557 U.S. 193 (2009).
 The Brennan Center submitted an Amicus Brief in support of the Respondents, of which Mr. Rosdeitcher was a co-author.
 Although protecting the voting rights of the newly emancipated slaves was the principal motivator for passage of the Amendment, it is recognized that the Amendment protects the rights of all citizens against racially discriminatory voting practices.
 42 U.S.C. § 1973.
 South Carolina v. Katzenbach, 383 U.S. 301 (1966).
 Pub. L. No. 91–285, 84 Stat. 314 (1970).
 Georgia v. United States, 411 U.S. 526, 535 (1973).
 City of Rome v. United States, 446 U.S. 156, 182 (1980).
 Fannie Lou Hamer, Rosa Parks, and Coretta Scott King Voting Rights Act Reauthorization and Amendments Act of 2006 (2006 Amendment), Pub. L. No. 109–246, 120 Stat. 577.
 Id. at §2(b)(9). The Act was amended in 1975 to extend protection to certain language minorities, including Hispanic-American and Asian American language minorities.
 528 U.S. 320 (2000).
 539 U.S. 461 (2003).
 Northwest Austin Mun. Util. Dist. No. 1 v. Mukasey, 573 F. Supp. 2d 221, 230–283 (D.D.C. 2008).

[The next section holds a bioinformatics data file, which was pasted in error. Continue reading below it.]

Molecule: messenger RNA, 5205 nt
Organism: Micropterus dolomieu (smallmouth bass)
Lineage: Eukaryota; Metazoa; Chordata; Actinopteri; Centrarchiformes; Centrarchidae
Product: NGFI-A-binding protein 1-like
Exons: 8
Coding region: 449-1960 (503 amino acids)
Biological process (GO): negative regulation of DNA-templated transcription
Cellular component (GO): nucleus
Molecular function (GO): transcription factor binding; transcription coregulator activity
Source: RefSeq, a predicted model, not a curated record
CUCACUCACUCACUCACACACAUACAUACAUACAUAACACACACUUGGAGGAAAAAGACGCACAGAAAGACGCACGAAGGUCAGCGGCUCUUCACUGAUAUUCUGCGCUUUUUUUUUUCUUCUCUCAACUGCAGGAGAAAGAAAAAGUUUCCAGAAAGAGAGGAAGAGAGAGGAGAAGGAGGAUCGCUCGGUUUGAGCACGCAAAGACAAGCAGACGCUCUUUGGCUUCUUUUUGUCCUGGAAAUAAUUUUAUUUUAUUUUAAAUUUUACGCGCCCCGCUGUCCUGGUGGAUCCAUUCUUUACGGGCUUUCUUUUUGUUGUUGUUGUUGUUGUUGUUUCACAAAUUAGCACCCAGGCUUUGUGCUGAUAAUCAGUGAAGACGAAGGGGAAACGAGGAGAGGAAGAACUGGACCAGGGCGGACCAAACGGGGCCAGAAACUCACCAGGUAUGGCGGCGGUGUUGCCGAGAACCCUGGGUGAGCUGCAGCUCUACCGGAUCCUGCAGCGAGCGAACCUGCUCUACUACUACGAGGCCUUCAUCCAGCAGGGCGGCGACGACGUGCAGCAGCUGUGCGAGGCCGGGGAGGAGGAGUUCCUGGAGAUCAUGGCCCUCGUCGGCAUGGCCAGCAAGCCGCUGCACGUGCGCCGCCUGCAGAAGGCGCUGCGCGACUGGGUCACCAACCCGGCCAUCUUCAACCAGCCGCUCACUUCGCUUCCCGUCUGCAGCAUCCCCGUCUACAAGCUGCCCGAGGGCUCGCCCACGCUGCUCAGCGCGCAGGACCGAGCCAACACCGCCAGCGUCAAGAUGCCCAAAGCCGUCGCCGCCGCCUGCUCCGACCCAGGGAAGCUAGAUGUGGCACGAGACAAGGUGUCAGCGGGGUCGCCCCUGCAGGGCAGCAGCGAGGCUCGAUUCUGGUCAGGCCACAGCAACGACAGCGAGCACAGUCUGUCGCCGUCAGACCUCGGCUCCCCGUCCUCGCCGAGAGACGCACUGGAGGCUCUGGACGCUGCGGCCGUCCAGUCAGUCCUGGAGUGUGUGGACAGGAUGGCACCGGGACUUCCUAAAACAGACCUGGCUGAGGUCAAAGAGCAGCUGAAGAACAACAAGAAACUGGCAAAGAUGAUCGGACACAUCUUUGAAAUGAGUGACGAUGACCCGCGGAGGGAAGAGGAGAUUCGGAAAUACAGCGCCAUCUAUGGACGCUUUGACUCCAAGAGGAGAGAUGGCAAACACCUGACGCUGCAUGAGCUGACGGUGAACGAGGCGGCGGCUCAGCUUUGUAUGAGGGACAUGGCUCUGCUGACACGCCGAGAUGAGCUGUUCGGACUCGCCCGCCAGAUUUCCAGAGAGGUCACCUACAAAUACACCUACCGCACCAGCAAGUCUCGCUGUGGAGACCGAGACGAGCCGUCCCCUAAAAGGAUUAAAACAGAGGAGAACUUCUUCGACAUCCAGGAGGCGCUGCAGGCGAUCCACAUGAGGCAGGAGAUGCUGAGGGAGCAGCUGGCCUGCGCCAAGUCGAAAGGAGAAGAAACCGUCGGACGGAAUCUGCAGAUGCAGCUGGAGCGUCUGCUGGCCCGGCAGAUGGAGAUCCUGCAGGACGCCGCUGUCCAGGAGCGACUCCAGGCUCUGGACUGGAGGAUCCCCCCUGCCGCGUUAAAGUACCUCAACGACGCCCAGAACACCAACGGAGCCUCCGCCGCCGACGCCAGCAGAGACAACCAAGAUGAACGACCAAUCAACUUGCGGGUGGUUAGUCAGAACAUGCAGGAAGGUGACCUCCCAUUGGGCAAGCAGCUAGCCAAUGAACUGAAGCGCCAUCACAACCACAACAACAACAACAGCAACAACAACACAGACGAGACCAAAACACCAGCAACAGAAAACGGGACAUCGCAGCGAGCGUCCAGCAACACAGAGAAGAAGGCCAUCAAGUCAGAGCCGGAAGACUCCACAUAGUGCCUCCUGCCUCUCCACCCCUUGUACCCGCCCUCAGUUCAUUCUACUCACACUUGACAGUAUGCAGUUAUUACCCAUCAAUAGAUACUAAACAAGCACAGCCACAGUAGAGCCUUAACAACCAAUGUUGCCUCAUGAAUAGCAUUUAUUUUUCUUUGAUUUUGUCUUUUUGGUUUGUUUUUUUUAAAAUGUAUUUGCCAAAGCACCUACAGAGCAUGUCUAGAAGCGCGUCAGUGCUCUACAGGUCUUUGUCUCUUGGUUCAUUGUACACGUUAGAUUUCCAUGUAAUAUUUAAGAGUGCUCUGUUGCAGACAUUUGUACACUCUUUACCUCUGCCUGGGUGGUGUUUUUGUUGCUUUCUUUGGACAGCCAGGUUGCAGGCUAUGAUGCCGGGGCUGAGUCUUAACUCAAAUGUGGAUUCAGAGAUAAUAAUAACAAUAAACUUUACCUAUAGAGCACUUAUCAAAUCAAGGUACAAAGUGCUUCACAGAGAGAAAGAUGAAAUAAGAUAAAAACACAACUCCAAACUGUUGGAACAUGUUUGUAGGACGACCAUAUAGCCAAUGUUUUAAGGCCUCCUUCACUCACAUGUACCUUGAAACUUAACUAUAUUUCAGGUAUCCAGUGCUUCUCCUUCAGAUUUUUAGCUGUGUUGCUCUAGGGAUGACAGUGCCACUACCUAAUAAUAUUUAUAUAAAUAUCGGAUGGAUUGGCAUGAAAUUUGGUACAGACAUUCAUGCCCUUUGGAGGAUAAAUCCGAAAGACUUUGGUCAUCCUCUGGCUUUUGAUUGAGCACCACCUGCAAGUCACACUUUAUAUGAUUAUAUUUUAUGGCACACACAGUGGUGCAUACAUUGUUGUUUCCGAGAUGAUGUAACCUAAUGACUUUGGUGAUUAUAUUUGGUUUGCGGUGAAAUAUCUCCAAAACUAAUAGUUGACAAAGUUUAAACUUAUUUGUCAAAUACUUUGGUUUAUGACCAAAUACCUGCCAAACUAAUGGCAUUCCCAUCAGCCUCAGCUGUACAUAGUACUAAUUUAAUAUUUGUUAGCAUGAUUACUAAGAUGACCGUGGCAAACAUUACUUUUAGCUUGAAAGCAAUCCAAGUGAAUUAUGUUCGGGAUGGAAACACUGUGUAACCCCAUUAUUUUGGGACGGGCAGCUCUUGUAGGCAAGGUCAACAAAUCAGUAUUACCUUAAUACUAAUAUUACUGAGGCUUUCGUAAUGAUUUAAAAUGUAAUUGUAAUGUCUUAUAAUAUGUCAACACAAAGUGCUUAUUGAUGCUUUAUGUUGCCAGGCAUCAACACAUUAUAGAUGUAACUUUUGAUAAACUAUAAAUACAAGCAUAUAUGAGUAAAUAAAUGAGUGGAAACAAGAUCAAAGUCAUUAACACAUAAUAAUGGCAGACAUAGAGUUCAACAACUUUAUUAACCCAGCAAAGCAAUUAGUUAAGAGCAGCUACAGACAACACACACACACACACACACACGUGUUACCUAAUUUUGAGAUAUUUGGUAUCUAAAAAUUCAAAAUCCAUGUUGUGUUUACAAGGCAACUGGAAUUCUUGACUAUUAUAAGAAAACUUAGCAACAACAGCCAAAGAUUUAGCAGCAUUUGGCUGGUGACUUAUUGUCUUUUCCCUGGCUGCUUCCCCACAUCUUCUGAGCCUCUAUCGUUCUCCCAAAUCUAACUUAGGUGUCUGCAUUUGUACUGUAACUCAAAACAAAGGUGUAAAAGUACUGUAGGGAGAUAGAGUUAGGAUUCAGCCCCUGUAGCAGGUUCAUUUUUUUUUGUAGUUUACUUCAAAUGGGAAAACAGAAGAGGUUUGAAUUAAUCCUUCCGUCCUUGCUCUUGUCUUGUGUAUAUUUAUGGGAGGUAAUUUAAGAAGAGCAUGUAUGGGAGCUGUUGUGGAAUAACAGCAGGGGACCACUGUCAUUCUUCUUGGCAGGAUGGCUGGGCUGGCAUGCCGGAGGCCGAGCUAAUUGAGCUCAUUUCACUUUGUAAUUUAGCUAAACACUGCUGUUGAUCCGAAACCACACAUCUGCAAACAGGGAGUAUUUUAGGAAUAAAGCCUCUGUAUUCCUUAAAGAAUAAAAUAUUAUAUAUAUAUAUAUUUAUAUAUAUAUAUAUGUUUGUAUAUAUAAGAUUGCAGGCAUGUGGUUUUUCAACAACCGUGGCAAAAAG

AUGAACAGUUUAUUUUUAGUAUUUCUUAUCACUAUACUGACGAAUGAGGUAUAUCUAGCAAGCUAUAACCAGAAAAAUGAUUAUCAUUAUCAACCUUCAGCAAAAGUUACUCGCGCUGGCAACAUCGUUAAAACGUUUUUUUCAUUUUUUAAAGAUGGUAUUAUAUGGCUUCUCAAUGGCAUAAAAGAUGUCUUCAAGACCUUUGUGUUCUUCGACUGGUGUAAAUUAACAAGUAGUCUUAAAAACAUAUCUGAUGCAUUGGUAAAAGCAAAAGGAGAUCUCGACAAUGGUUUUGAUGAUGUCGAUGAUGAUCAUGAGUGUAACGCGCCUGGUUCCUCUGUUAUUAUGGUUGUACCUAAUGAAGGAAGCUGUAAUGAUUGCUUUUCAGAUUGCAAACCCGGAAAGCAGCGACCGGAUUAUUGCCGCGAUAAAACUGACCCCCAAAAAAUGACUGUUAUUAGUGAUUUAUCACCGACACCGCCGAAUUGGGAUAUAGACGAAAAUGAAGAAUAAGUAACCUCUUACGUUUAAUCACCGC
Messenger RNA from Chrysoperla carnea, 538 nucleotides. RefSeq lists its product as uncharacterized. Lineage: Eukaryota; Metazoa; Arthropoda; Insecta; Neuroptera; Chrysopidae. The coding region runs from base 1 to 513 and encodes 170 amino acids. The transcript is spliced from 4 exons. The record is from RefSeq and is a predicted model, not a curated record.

Northwest Austin Mun. Util. Dist. No. 1 v. Holder, 557 U.S. 193 (2009). Justice Clarence Thomas dissented. He would have reached the constitutional questions and held Sections 5 and 4(b) unconstitutional as no longer justified by current conditions.
 Id. at 203.
 Id at 205, 211 (internal citation omitted).
 Shelby County v. Holder, 811 F. Supp. 2d 424, 428 (D.D.C. 2011).
 Shelby County v. Holder, 679 F.3d 848 (D.C. Cir. 2012).
 Id. at 873–74.
 Id. at 882.
 Id. at 891.
 The Supreme Court granted certiorari to review the constitutional questions concerning Sections 5 and 4(b) it did not answer in Northwest Austin.
 Petitioner’s Brief at 18–19.
 Id. at 21.
 Id. at 22.
 Id. at 54, quoting Justice Thomas’ dissent in Northwest Austin.
 Federal Respondent’s Brief at 9. Respondents include the Federal Respondent represented by the Department of Justice, and three separate groups of intervenors represented respectively by the NAACP Legal Defense and Educational Fund, Inc., the American Civil Liberties Union, and the Lawyers Committee for Civil Rights Under Law. While each of the intervenor-respondents’ separate briefs have somewhat different focuses, their combined views are consistent with those reflected in the Federal Respondent’s brief and for convenience, references to Respondents’ arguments generally refer to that brief.
 Federal Respondent’s Brief at 50, quoting Northwest Austin, 557 U.S. at 203.
 Northwest Austin, 557 U.S. at 205.
 South Carolina v. Katzenbach, 383 U.S. at 324.